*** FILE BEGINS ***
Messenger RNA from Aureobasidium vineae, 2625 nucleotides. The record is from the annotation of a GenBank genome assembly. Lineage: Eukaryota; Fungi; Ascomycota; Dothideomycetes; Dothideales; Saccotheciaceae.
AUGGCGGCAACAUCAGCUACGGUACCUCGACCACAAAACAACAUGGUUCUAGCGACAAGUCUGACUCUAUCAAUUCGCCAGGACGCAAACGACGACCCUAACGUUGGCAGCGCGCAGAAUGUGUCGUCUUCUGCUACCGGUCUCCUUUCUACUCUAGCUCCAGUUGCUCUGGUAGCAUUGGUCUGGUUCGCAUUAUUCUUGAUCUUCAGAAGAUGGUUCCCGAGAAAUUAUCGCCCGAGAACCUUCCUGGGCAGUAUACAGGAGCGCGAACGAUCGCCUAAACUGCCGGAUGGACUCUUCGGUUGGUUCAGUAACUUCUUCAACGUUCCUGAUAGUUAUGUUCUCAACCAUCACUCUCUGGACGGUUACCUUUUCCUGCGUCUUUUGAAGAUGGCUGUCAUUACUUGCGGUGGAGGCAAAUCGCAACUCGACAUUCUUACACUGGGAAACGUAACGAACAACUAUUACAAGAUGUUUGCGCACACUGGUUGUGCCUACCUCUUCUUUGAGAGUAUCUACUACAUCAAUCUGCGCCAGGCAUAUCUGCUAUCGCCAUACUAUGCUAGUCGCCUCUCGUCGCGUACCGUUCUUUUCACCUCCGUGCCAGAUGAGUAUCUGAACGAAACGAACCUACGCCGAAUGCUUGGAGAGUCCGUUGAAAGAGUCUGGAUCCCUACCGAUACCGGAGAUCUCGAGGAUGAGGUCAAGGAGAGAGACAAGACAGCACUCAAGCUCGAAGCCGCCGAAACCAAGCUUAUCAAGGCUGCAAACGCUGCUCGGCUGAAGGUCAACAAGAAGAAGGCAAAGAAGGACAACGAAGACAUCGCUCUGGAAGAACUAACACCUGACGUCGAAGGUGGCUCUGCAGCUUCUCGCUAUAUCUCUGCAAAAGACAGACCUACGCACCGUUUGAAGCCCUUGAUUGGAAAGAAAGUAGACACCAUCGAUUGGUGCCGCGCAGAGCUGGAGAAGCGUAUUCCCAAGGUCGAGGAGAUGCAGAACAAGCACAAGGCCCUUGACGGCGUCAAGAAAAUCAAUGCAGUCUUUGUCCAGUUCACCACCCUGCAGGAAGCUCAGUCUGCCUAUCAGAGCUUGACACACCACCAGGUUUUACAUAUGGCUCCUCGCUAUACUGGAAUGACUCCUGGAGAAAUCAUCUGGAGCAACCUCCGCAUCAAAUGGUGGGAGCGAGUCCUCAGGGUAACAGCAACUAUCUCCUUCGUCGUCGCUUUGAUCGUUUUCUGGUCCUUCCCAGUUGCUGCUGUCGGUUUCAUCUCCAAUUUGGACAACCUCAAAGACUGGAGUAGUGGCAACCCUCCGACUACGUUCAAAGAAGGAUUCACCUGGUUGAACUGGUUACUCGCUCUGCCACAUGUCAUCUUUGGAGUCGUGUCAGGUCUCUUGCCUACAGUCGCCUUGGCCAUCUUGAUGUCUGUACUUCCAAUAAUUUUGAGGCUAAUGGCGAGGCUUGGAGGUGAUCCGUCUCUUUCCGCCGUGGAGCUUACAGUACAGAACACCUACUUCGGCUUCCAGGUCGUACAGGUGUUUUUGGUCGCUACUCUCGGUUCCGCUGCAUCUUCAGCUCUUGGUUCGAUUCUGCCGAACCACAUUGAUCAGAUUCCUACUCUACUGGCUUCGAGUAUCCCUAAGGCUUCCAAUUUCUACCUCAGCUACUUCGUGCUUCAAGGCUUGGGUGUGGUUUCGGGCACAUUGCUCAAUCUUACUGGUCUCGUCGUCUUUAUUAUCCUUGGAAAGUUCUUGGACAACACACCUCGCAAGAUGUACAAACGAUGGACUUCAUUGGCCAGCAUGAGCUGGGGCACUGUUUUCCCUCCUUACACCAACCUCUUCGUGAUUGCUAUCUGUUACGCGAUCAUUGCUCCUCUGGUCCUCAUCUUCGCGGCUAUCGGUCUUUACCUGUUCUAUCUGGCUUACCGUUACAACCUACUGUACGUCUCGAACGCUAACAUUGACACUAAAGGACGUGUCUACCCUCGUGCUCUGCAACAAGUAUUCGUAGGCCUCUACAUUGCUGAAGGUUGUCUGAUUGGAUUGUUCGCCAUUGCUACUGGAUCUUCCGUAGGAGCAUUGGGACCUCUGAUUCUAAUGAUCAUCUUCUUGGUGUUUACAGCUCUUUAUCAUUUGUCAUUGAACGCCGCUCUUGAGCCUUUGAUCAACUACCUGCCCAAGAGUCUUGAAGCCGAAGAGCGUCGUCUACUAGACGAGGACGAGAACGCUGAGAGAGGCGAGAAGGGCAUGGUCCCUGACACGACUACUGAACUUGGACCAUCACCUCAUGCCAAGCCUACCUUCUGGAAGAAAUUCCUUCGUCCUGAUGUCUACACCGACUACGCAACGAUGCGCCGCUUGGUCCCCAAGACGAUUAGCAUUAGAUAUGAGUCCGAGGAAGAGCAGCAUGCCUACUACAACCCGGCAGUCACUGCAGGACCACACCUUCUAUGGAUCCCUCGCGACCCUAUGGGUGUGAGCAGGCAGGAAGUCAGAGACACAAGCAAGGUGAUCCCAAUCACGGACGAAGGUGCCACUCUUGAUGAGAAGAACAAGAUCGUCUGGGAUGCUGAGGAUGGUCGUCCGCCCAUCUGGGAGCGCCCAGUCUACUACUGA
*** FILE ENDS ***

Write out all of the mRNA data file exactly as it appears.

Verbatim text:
Messenger RNA from Aureobasidium vineae, 2625 nucleotides. The record is from the annotation of a GenBank genome assembly. Lineage: Eukaryota; Fungi; Ascomycota; Dothideomycetes; Dothideales; Saccotheciaceae.
AUGGCGGCAACAUCAGCUACGGUACCUCGACCACAAAACAACAUGGUUCUAGCGACAAGUCUGACUCUAUCAAUUCGCCAGGACGCAAACGACGACCCUAACGUUGGCAGCGCGCAGAAUGUGUCGUCUUCUGCUACCGGUCUCCUUUCUACUCUAGCUCCAGUUGCUCUGGUAGCAUUGGUCUGGUUCGCAUUAUUCUUGAUCUUCAGAAGAUGGUUCCCGAGAAAUUAUCGCCCGAGAACCUUCCUGGGCAGUAUACAGGAGCGCGAACGAUCGCCUAAACUGCCGGAUGGACUCUUCGGUUGGUUCAGUAACUUCUUCAACGUUCCUGAUAGUUAUGUUCUCAACCAUCACUCUCUGGACGGUUACCUUUUCCUGCGUCUUUUGAAGAUGGCUGUCAUUACUUGCGGUGGAGGCAAAUCGCAACUCGACAUUCUUACACUGGGAAACGUAACGAACAACUAUUACAAGAUGUUUGCGCACACUGGUUGUGCCUACCUCUUCUUUGAGAGUAUCUACUACAUCAAUCUGCGCCAGGCAUAUCUGCUAUCGCCAUACUAUGCUAGUCGCCUCUCGUCGCGUACCGUUCUUUUCACCUCCGUGCCAGAUGAGUAUCUGAACGAAACGAACCUACGCCGAAUGCUUGGAGAGUCCGUUGAAAGAGUCUGGAUCCCUACCGAUACCGGAGAUCUCGAGGAUGAGGUCAAGGAGAGAGACAAGACAGCACUCAAGCUCGAAGCCGCCGAAACCAAGCUUAUCAAGGCUGCAAACGCUGCUCGGCUGAAGGUCAACAAGAAGAAGGCAAAGAAGGACAACGAAGACAUCGCUCUGGAAGAACUAACACCUGACGUCGAAGGUGGCUCUGCAGCUUCUCGCUAUAUCUCUGCAAAAGACAGACCUACGCACCGUUUGAAGCCCUUGAUUGGAAAGAAAGUAGACACCAUCGAUUGGUGCCGCGCAGAGCUGGAGAAGCGUAUUCCCAAGGUCGAGGAGAUGCAGAACAAGCACAAGGCCCUUGACGGCGUCAAGAAAAUCAAUGCAGUCUUUGUCCAGUUCACCACCCUGCAGGAAGCUCAGUCUGCCUAUCAGAGCUUGACACACCACCAGGUUUUACAUAUGGCUCCUCGCUAUACUGGAAUGACUCCUGGAGAAAUCAUCUGGAGCAACCUCCGCAUCAAAUGGUGGGAGCGAGUCCUCAGGGUAACAGCAACUAUCUCCUUCGUCGUCGCUUUGAUCGUUUUCUGGUCCUUCCCAGUUGCUGCUGUCGGUUUCAUCUCCAAUUUGGACAACCUCAAAGACUGGAGUAGUGGCAACCCUCCGACUACGUUCAAAGAAGGAUUCACCUGGUUGAACUGGUUACUCGCUCUGCCACAUGUCAUCUUUGGAGUCGUGUCAGGUCUCUUGCCUACAGUCGCCUUGGCCAUCUUGAUGUCUGUACUUCCAAUAAUUUUGAGGCUAAUGGCGAGGCUUGGAGGUGAUCCGUCUCUUUCCGCCGUGGAGCUUACAGUACAGAACACCUACUUCGGCUUCCAGGUCGUACAGGUGUUUUUGGUCGCUACUCUCGGUUCCGCUGCAUCUUCAGCUCUUGGUUCGAUUCUGCCGAACCACAUUGAUCAGAUUCCUACUCUACUGGCUUCGAGUAUCCCUAAGGCUUCCAAUUUCUACCUCAGCUACUUCGUGCUUCAAGGCUUGGGUGUGGUUUCGGGCACAUUGCUCAAUCUUACUGGUCUCGUCGUCUUUAUUAUCCUUGGAAAGUUCUUGGACAACACACCUCGCAAGAUGUACAAACGAUGGACUUCAUUGGCCAGCAUGAGCUGGGGCACUGUUUUCCCUCCUUACACCAACCUCUUCGUGAUUGCUAUCUGUUACGCGAUCAUUGCUCCUCUGGUCCUCAUCUUCGCGGCUAUCGGUCUUUACCUGUUCUAUCUGGCUUACCGUUACAACCUACUGUACGUCUCGAACGCUAACAUUGACACUAAAGGACGUGUCUACCCUCGUGCUCUGCAACAAGUAUUCGUAGGCCUCUACAUUGCUGAAGGUUGUCUGAUUGGAUUGUUCGCCAUUGCUACUGGAUCUUCCGUAGGAGCAUUGGGACCUCUGAUUCUAAUGAUCAUCUUCUUGGUGUUUACAGCUCUUUAUCAUUUGUCAUUGAACGCCGCUCUUGAGCCUUUGAUCAACUACCUGCCCAAGAGUCUUGAAGCCGAAGAGCGUCGUCUACUAGACGAGGACGAGAACGCUGAGAGAGGCGAGAAGGGCAUGGUCCCUGACACGACUACUGAACUUGGACCAUCACCUCAUGCCAAGCCUACCUUCUGGAAGAAAUUCCUUCGUCCUGAUGUCUACACCGACUACGCAACGAUGCGCCGCUUGGUCCCCAAGACGAUUAGCAUUAGAUAUGAGUCCGAGGAAGAGCAGCAUGCCUACUACAACCCGGCAGUCACUGCAGGACCACACCUUCUAUGGAUCCCUCGCGACCCUAUGGGUGUGAGCAGGCAGGAAGUCAGAGACACAAGCAAGGUGAUCCCAAUCACGGACGAAGGUGCCACUCUUGAUGAGAAGAACAAGAUCGUCUGGGAUGCUGAGGAUGGUCGUCCGCCCAUCUGGGAGCGCCCAGUCUACUACUGA